‘No improvement in overall human rights situation in Bangladesh’: UK report | The Daily Star
04:03 PM, July 17, 2020 / LAST MODIFIED: 04:11 PM, July 17, 2020

‘No improvement in overall human rights situation in Bangladesh’: UK report

The UK has lauded Bangladesh for continuously playing a vital role in hosting the Rohingyas, but observed that the overall human rights situation in the country in 2019 saw no improvement.

In its annual Foreign and Commonwealth Office Report on Human Rights & Democracy, the UK said the number of death sentences issued in Bangladesh increased -- two executions were carried out in Bangladesh in 2019.

At least 327 death sentences were issued in 2019 compared to 319 in 2018. In November, six of the seven people convicted over the Holey Artisan terrorist attack in 2016 received death sentences, said the report published on Thursday.

"Reports of extrajudicial killings, enforced disappearances, and attacks on journalists and others continued during the year," says the report that the UK considers an essential guide to the British government's work and to the global human rights landscape over the year.

In July, the Bangladesh government submitted initial country report to the UN Committee Against Torture (UNCAT) on measures it had taken to uphold its commitments under the "Convention against Torture and other Cruel, Inhuman or Degrading Treatment or Punishment".

It was welcomed but the Committee raised allegations of widespread and routine commission of torture and ill treatment by law enforcement officials, and the absence of statistical data on the implementation of the Torture and Custodial Death (Prevention) Act, the report said.

During the UNCAT review, Bangladesh stressed that it had promoted the gradual replacement of the death penalty by other forms of punishment, although it had not taken any steps to abolish the death penalty, the UK report adds.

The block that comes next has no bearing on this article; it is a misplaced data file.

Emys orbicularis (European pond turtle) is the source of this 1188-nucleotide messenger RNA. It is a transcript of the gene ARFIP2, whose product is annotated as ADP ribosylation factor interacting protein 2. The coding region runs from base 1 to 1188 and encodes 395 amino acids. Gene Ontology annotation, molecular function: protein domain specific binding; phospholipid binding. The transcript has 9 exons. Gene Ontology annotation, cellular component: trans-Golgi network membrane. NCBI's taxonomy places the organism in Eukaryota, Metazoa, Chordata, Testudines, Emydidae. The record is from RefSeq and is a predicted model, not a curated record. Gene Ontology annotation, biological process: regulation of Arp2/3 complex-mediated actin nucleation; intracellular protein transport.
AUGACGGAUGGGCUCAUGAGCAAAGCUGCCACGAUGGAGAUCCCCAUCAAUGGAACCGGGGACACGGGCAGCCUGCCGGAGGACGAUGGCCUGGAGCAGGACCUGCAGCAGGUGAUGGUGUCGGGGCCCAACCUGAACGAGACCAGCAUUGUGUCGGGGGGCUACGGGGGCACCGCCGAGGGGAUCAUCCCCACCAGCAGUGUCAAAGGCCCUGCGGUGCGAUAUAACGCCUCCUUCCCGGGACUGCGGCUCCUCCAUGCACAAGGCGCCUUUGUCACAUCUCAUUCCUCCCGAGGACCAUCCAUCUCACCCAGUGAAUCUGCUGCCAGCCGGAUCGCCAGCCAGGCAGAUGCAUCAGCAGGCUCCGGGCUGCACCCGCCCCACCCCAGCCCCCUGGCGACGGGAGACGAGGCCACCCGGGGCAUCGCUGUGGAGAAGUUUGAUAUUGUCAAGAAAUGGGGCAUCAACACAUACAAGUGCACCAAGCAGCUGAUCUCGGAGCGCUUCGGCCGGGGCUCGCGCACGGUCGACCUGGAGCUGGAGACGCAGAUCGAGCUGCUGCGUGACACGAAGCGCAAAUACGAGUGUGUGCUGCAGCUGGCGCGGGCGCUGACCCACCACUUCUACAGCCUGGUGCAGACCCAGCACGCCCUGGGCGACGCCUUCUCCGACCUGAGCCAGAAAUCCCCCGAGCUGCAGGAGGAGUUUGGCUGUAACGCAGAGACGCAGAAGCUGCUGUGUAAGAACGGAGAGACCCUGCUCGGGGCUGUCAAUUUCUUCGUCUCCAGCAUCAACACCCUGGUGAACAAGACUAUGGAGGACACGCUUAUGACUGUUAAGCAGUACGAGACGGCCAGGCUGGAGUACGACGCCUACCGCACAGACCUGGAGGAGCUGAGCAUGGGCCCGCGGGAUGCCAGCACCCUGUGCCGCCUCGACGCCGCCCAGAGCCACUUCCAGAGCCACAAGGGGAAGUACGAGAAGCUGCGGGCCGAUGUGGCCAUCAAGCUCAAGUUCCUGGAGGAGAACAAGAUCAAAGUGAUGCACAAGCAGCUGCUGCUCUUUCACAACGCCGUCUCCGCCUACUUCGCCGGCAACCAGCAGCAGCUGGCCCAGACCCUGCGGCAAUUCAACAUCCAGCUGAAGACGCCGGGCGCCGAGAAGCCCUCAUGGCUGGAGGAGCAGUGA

Stating that violence by organisations associated with political parties continued throughout 2019, it mentioned how in October of 2019, a student from the Bangladesh University of Engineering and Technology was beaten to death by members of the student wing of the ruling Awami League, allegedly for posting online content which was critical of the government.

It said that under the 2018 Digital Security Act (DSA), 42 people were arrested, often on charges of hurting religious sentiments, or undermining law and order. The provisions of the DSA were criticised as empowering the government to arrest and detain journalists, human rights activists, and political opponents.

In April, Bangladesh dropped four places to 150 (out of 180) in the Reporters Without Borders Press Freedom Index -- its lowest ever position.

Throughout the year, UK ministers met opposition politicians, media representatives, and indigenous leaders, and in April the then Minister for Asia, Mark Field, raised human rights concerns with Prime Minister Sheikh Hasina, the report said.

Referring to Amnesty International, the report said Bangladesh's former Prime Minister and leader of the opposition Bangladesh Nationalist Party, Khaleda Zia, imprisoned since February 2018 on corruption charges, was not receiving adequate health care.

It said gender-based violence remained a concern, mentioning the murder of Nusrat Jahan Rafi, a female madrasa student who complained to the police about harassment by her principal. Women habitually are harassed in public, making travelling on foot or public transport difficult.

The UK report said Bangladesh continued to play a vital role in hosting a significant number of the Rohingya people and maintained its commitment to the voluntary, safe, and dignified return of the Rohingyas to Myanmar.

However, there were reports of significant criminality in the refugee camps in Cox's Bazar, where approximately 855,000 Rohingya refugees are living. These included around 30 murders, gender-based violence, abduction, illegal drug trading, and human trafficking.

In September, the government introduced restrictions on access to the internet in the camps, citing security concerns following a peaceful rally in the Kutupalong camp on 25 August – a decision that was criticized by the rights groups.

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